But this is only part of the story. And the less discouraging part, at that. For where the commercial banks are concerned, there is no such repayment of the people's money.

When the commercial banks create money, as they do when they acquire government bonds, they levy a tax on every person in the United States. This is so because every new dollar that is created makes every dollar previously in existence worth somewhat less than it was worth before. This is the very heart of inflation.

It is also taxation without representation with a vengeance. Until this system is changed, our debt will continue to skyrocket without limit and the fixing of debt limits by the Congress will continue to be an exercise in utter futility.

What ought to be done?

Banks should lend existing money. But, as the Constitution clearly requires, the money (or credit) of the nation should never be created by any private agency, but by an agency of the nation itself. It is the duty of Congress to provide for this by a carefully drawn statute.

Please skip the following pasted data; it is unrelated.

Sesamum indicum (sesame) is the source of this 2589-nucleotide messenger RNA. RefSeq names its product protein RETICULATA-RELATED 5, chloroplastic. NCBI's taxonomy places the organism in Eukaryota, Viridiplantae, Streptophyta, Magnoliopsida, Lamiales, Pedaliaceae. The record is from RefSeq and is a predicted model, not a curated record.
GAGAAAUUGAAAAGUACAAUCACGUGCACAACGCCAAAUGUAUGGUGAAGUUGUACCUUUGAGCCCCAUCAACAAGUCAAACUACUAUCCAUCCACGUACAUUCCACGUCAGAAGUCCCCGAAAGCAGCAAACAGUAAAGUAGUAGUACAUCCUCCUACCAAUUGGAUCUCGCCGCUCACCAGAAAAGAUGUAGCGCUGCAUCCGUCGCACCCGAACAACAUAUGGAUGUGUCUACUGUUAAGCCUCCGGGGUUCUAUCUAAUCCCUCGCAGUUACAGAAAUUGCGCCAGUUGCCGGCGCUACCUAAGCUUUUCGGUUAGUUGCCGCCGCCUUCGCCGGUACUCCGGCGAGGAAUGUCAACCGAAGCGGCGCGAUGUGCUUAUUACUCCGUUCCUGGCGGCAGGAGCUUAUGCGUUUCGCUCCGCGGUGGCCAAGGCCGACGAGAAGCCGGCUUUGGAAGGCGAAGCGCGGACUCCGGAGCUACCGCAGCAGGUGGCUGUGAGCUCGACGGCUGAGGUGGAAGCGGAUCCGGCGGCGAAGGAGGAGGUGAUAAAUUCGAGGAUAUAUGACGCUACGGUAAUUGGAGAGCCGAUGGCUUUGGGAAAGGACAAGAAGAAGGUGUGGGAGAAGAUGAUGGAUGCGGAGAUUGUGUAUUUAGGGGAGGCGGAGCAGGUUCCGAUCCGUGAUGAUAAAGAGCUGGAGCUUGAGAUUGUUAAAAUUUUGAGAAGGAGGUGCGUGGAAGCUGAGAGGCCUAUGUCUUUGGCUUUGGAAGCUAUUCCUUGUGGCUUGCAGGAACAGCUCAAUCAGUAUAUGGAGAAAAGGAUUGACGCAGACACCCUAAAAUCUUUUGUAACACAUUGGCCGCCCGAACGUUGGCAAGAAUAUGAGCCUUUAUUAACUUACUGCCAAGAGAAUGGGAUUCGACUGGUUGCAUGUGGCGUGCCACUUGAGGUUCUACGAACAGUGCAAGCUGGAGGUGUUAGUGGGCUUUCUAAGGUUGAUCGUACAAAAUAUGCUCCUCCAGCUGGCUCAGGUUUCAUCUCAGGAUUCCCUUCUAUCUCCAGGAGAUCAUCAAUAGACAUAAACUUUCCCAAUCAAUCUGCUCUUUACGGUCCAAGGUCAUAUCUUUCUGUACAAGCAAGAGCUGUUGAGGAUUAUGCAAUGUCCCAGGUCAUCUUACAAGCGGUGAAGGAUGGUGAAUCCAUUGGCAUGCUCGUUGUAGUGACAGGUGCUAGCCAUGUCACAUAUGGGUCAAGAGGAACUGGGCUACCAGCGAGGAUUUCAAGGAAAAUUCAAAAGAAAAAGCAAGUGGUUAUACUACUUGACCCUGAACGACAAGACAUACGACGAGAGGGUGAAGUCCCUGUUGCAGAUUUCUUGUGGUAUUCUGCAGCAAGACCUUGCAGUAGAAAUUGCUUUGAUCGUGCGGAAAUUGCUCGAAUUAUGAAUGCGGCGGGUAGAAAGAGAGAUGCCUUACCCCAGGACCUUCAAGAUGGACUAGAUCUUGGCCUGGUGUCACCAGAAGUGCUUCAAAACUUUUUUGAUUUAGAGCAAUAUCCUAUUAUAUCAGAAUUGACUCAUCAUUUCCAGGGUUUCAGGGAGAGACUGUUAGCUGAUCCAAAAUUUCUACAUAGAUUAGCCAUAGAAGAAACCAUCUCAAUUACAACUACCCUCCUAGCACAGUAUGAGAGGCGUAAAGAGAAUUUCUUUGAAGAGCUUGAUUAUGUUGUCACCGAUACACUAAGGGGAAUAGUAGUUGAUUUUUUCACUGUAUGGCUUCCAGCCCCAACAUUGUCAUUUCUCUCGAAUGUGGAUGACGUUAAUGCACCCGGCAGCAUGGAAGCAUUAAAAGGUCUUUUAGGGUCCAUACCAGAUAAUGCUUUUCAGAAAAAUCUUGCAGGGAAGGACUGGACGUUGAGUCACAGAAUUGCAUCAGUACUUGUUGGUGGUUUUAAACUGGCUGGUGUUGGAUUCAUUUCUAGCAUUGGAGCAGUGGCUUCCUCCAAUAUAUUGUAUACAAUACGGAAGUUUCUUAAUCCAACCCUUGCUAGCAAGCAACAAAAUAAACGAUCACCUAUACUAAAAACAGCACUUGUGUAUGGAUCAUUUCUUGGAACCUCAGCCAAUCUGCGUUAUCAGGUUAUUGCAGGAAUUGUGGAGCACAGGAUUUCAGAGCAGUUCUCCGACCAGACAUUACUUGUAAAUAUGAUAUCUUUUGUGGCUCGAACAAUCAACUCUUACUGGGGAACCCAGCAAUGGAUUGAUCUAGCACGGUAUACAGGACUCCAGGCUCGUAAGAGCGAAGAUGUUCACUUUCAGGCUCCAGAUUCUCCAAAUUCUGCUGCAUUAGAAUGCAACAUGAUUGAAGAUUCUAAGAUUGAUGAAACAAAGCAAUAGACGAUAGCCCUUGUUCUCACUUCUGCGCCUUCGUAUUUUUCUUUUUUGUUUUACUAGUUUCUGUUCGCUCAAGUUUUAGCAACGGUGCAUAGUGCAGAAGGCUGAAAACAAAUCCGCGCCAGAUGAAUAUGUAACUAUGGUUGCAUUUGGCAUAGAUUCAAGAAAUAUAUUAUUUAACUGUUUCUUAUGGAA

The stock in Federal Reserve Banks should be purchased by the government from their present private bank owners. The Federal Reserve should then become our national bank of issue. It should create reserve Bank Credit as it does now. But that credit should be credited to the United States Treasury, not charged against it and the people as debt. As much such new credit should be created each year as is needed to keep our economy running at or near capacity - and no more than that. A stable price level could result. Then and only then can we expect to overcome recessions, to put our people to work, and do this without the danger of inflation and the ever-increasing debt which are inescapable under the present monetary system.